Motivation comes in two types: "true" and "false". It pays to distinguish.

Advertisers, employers and politicians spend huge sums motivating you to buy things, work hard and vote a certain way. But the science of motivation depends ultimately on the psychological ignorance of its victims. Knowing about "carrot and stick" behaviourism isn't enough to protect you – you need to know about value-system warfare.

There's nothing mysterious about motivation: we're motivated to pursue what we value. If you consciously choose your own values, "true" motivation follows. If values are imposed on you (eg by corporate/state authority) or unconsciously absorbed (via the media), "false" motivation results.

Just as values produce motivations, so do value-conflicts produce apathy. When workers' values conflict with corporate values, workplace apathy appears. The corporate bosses then send their staff on "motivational" training courses in the mistaken (and laughable) belief that this will cure the apathy. A more sophisticated approach is to seduce workers into accepting corporate values instead of trying to force motivation. This is done with wealth/status symbols and important-sounding job titles. Reed (the recruitment firm) quotes a case of a receptionist with the title of "Head of Verbal Communications".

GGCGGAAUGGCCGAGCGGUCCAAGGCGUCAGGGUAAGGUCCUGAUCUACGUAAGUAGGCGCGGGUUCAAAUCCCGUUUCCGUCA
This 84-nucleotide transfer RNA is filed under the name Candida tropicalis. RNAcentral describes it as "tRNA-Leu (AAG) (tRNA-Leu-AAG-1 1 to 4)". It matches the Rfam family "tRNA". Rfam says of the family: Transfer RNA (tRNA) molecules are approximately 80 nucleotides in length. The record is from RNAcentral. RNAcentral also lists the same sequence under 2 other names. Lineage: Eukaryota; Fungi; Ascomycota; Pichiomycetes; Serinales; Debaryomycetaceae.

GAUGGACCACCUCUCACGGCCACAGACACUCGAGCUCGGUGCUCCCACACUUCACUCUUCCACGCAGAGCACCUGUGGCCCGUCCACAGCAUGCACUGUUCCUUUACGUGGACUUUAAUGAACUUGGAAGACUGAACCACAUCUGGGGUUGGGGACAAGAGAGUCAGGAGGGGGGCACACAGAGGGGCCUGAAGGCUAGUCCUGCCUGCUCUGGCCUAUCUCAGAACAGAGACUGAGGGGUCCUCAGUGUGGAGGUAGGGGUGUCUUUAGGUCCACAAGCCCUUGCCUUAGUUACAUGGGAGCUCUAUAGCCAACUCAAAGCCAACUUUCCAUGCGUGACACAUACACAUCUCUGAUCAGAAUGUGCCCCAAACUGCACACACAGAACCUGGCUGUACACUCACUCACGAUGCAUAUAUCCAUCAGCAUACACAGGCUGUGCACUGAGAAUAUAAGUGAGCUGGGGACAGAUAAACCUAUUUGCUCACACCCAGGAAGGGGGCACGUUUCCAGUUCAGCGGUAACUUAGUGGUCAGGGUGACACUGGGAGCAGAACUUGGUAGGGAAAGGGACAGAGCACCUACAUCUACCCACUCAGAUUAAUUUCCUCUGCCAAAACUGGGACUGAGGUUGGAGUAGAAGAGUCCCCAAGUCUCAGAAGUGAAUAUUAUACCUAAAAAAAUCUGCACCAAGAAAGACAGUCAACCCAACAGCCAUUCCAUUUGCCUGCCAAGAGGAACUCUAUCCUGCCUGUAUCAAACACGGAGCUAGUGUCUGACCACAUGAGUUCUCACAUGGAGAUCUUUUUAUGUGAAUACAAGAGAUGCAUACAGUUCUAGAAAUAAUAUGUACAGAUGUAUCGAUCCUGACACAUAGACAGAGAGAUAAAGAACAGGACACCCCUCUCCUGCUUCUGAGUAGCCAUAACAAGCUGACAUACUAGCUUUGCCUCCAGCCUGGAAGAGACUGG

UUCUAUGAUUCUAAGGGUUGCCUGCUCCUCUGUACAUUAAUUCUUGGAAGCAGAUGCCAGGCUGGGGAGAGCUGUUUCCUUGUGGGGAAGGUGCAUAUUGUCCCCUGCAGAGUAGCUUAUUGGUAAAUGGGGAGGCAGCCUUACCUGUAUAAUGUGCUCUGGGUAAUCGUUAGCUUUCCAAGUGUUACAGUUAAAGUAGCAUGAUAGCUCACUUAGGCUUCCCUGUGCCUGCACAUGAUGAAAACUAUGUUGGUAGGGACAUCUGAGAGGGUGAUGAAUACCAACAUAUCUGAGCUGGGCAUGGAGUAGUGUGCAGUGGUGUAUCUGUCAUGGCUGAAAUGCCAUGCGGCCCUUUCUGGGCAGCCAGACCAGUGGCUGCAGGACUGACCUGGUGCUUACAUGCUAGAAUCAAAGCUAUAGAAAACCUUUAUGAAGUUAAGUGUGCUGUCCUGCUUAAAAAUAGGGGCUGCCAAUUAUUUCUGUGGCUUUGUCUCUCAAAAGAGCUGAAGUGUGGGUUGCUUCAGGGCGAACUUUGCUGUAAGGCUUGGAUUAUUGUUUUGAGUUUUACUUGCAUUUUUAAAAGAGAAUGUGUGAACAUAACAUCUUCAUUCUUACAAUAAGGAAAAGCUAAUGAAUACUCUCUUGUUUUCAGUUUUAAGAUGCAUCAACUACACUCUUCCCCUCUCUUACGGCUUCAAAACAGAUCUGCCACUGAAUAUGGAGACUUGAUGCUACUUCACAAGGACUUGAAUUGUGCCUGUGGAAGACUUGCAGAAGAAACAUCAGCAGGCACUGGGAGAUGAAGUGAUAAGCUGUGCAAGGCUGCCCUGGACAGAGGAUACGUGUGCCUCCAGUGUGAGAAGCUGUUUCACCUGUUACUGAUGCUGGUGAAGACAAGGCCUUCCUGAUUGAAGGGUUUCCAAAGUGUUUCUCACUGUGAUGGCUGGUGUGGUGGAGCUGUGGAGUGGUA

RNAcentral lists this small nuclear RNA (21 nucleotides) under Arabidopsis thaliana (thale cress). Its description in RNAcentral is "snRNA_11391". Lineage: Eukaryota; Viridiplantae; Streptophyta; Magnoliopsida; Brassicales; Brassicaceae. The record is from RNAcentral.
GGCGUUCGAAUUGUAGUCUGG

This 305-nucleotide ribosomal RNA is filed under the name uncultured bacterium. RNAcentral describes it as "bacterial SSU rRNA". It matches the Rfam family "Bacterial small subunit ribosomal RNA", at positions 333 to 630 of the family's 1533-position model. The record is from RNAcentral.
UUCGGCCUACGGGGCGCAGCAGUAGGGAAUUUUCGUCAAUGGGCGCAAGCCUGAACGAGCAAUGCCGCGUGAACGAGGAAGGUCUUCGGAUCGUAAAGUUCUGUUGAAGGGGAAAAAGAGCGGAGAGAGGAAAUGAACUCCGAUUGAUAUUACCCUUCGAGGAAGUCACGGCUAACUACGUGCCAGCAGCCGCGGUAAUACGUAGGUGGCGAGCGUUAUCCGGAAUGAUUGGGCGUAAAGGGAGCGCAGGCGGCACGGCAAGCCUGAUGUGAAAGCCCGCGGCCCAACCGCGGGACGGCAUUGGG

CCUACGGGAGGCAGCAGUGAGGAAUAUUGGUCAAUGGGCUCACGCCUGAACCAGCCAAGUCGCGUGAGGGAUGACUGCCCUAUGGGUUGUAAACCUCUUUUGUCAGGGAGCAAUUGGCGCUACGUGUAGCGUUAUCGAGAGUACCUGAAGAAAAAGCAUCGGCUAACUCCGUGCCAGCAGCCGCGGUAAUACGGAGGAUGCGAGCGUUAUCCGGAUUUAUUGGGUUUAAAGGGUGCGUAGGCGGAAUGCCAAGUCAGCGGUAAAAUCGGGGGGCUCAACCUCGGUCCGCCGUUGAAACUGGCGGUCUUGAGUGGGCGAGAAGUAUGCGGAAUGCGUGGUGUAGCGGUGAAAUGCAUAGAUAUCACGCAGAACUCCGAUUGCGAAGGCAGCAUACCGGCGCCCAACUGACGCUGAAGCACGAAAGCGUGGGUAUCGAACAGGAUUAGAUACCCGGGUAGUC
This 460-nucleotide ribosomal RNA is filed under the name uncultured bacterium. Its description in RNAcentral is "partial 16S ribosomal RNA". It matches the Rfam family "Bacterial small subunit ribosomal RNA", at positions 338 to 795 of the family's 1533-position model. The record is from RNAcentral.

Advertisers motivate us to buy things by attaching social value to limited supply commodities and limited duration social status. The perception of limited supply is essential for motivation according to "supply and demand" economics. The psychology behind this equates motivation with competition: act quickly, before someone else snatches the thing of value. It's "a jungle out there" only if everyone believes there's not enough of the valued stuff to go around.

Don’t be a loser in the value-system wars

If you're motivated by a fear of "missing out", it's an indication you've internalised the value system of the economic powers (corporations, advertisers, media), resulting in "false" motivation. You might consider yourself "successful" but you're a loser in the value-system wars. True motivation, resulting from your own personal values, isn't based on fear if you value what exists in unlimited supply – eg qualities rather than things to fight over.


Article by Brian Dean. Originally printed in
magazine, Spring 2004.